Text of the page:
Simple Assault

In Georgia, assault ranges from simple to aggravated but always includes the threat of violence. If you are charged with simple assault, you are being accused of attempting to commit violent injury. For example, simple assaults may include the following:

  • Attempting to physically hurt another person or multiple people (throw a punch, try to hit them, swing an object at them and miss)
  • Engaging in aggressive behavior without actual physical contact (making threatening gestures, invading their personal space, following someone, or blocking their path)

If you are convicted of a simple assault misdemeanor, you can face one or more of the following penalties:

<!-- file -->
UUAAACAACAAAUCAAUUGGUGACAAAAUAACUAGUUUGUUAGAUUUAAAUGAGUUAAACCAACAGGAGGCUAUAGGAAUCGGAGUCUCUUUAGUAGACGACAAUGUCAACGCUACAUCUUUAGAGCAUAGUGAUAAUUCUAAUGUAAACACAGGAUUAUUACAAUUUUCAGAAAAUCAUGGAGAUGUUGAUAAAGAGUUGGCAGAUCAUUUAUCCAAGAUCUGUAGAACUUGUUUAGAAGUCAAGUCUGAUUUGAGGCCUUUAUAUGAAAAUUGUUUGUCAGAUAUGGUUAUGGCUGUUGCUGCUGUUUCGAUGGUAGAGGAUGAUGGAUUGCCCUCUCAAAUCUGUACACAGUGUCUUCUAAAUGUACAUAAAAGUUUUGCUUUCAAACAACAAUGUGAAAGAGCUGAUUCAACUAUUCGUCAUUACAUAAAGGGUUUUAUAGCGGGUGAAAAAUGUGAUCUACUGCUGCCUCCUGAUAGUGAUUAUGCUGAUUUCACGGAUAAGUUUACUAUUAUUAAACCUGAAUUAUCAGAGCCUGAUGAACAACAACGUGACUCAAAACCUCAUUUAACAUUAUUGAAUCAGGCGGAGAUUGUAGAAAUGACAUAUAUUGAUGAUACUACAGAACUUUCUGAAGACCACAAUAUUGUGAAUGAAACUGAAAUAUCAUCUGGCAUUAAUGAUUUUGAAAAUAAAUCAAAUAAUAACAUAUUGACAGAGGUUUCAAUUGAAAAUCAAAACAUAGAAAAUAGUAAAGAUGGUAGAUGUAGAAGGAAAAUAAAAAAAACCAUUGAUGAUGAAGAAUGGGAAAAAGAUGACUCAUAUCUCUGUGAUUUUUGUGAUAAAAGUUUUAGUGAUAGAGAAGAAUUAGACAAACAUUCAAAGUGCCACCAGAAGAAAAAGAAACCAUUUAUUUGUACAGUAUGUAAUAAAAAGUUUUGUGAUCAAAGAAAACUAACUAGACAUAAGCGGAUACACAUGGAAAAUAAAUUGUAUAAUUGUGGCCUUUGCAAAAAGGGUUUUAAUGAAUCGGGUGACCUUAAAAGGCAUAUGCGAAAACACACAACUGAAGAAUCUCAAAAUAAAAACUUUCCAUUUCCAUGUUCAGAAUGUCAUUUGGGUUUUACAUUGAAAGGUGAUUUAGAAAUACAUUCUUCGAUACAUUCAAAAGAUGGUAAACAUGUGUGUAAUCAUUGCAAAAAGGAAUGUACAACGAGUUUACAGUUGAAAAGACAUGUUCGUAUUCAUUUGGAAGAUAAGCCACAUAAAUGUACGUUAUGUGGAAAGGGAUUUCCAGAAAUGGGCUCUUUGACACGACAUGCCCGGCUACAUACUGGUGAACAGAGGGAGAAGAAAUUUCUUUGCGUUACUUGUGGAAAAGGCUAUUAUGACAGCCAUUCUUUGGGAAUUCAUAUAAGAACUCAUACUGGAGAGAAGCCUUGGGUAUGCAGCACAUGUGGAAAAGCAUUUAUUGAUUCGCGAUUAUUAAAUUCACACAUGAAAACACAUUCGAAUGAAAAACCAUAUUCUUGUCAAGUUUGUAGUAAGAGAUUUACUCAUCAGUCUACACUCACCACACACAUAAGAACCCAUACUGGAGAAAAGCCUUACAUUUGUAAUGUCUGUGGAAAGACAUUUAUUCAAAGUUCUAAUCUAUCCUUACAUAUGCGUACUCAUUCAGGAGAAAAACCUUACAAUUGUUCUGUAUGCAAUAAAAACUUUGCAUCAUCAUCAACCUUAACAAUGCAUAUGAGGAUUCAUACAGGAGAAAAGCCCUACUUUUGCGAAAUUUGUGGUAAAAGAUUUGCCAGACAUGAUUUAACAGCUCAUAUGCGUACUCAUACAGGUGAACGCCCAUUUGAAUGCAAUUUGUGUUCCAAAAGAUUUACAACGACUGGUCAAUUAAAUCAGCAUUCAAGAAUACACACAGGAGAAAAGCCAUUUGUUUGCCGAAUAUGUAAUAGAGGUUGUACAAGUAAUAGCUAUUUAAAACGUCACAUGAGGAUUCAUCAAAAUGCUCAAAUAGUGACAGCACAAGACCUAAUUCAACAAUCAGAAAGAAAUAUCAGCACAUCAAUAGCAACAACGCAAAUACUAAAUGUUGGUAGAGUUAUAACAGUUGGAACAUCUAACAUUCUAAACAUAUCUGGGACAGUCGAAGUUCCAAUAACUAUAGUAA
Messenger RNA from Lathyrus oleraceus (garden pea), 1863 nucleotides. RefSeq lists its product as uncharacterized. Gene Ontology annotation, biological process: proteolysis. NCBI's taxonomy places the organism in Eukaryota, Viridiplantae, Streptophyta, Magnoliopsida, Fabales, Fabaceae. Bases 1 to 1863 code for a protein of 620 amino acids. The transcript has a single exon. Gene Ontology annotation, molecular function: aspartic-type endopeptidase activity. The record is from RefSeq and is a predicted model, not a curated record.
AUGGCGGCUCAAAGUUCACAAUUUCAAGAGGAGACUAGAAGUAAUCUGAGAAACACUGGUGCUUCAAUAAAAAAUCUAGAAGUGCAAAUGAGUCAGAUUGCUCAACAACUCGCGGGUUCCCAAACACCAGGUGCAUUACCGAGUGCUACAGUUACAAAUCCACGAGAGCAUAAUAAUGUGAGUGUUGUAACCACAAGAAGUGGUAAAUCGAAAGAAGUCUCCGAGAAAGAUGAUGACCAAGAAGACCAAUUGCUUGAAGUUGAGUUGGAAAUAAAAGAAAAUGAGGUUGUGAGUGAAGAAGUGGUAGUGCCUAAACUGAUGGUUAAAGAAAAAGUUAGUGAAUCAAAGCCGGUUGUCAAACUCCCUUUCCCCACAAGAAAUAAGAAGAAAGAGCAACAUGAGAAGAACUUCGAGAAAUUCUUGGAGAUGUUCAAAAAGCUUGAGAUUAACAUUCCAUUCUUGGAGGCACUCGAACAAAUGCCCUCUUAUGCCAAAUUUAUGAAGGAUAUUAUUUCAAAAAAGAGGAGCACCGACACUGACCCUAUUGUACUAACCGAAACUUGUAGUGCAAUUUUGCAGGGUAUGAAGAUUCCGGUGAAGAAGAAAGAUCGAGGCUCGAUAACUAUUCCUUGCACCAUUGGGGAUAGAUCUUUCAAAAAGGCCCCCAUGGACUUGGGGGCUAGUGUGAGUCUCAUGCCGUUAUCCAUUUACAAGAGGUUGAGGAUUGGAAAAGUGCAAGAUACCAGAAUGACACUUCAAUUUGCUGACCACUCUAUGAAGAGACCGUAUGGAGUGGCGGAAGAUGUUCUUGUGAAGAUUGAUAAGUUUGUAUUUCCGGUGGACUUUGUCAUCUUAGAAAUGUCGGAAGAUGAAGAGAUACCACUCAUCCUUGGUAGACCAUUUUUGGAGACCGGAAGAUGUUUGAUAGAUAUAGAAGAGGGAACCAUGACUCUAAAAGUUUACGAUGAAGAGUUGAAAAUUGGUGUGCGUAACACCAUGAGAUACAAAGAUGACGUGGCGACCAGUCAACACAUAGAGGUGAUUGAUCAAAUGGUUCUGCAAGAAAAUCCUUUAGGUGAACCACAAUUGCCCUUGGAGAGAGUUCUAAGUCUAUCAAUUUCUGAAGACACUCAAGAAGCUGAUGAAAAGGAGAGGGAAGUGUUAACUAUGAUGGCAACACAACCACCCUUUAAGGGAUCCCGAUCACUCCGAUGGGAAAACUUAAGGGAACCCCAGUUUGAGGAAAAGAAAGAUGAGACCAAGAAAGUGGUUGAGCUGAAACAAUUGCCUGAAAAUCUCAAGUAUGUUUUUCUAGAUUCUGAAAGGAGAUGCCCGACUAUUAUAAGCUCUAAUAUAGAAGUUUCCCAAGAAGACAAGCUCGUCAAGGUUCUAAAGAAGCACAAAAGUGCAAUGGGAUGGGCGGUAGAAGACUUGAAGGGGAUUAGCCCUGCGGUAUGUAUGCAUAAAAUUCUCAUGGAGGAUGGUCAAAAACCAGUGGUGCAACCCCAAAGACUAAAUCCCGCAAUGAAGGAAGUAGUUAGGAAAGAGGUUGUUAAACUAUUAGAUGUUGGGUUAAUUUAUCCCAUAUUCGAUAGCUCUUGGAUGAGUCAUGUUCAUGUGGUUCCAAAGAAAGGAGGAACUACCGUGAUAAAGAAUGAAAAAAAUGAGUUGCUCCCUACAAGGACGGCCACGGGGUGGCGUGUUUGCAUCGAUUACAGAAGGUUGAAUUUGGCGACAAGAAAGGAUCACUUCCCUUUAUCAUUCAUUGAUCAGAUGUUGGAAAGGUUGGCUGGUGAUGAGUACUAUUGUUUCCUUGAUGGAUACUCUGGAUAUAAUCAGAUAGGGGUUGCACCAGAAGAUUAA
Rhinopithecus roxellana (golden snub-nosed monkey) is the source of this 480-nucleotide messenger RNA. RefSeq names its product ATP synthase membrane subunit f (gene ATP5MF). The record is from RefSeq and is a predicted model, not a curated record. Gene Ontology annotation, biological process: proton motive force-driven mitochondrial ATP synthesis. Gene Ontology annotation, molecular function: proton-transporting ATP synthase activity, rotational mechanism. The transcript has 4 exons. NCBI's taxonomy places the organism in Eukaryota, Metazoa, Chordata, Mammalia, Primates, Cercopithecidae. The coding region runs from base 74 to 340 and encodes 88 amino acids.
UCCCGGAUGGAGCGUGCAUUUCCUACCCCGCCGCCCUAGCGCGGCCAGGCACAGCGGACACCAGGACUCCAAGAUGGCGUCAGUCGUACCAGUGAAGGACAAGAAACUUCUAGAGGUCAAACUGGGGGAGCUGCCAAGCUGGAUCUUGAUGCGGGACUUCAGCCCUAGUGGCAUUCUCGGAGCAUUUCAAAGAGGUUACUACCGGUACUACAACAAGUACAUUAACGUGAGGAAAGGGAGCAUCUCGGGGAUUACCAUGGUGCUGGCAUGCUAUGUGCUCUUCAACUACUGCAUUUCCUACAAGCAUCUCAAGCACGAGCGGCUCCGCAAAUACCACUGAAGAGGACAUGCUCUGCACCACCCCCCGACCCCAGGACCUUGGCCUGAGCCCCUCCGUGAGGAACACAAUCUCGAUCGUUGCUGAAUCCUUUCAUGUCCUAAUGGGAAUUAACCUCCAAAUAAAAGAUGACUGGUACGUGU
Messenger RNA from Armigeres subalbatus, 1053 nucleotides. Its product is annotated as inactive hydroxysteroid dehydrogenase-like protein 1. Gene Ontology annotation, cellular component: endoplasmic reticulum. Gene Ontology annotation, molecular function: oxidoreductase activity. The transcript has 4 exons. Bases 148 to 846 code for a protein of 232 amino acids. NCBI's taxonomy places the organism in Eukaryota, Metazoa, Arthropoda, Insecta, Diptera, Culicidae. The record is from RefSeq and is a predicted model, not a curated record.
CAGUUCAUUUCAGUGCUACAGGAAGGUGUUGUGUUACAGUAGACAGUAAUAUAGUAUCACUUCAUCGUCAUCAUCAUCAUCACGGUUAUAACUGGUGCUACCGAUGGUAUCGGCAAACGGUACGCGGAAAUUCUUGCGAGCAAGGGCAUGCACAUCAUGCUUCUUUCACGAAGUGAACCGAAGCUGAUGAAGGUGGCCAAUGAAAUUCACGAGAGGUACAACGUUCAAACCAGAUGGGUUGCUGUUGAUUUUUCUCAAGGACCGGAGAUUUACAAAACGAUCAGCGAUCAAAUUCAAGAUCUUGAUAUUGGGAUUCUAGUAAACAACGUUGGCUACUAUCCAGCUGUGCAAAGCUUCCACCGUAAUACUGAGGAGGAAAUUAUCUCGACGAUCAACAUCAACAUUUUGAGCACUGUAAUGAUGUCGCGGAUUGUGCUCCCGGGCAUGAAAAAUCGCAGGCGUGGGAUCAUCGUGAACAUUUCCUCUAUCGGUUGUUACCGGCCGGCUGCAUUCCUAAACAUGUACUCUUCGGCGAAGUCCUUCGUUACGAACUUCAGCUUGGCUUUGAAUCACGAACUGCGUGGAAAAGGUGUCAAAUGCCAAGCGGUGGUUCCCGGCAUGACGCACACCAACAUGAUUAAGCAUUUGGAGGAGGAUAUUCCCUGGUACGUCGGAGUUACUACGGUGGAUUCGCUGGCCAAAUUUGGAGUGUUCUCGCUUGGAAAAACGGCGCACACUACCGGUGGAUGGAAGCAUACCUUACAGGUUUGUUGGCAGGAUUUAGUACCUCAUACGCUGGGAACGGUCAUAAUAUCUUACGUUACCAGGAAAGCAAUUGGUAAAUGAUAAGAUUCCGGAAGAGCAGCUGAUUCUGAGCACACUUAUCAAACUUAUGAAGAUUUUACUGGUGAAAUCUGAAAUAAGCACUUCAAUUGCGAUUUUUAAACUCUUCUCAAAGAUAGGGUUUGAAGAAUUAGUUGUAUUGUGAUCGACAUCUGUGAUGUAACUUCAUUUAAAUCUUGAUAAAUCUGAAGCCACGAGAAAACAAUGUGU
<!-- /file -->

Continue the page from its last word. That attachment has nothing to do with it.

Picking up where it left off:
• Restitution (compensation to the person affected)
  • Up to one year in jail
  • An expensive fine of up to $1,000
  • Up to one year of probation

You need to keep in mind that the punishments you might face for a simple assault will depend on the unique context of your experience. For example, you might have to pay up to $5,000 if the court considers the assault of a high and aggravated nature, like an assault on a pregnant woman or an individual who is over 65 years old. If you really want to understand the specific risks and fines you will face, make sure to consult with an experienced assault attorney.

Aggravated Assault

On the other hand, if you’re charged with aggravated assault, you’re looking at a serious felony charge. Georgia law considers aggravated assault the intention of raping, killing, or robbing someone or threatening violence with a weapon. For instance, aggravated assaults include:

  • Attempting to use a weapon like a knife or a gun to intentionally try and physically harm someone
  • Taking any action with the intent of murdering someone
  • Attempting to rob someone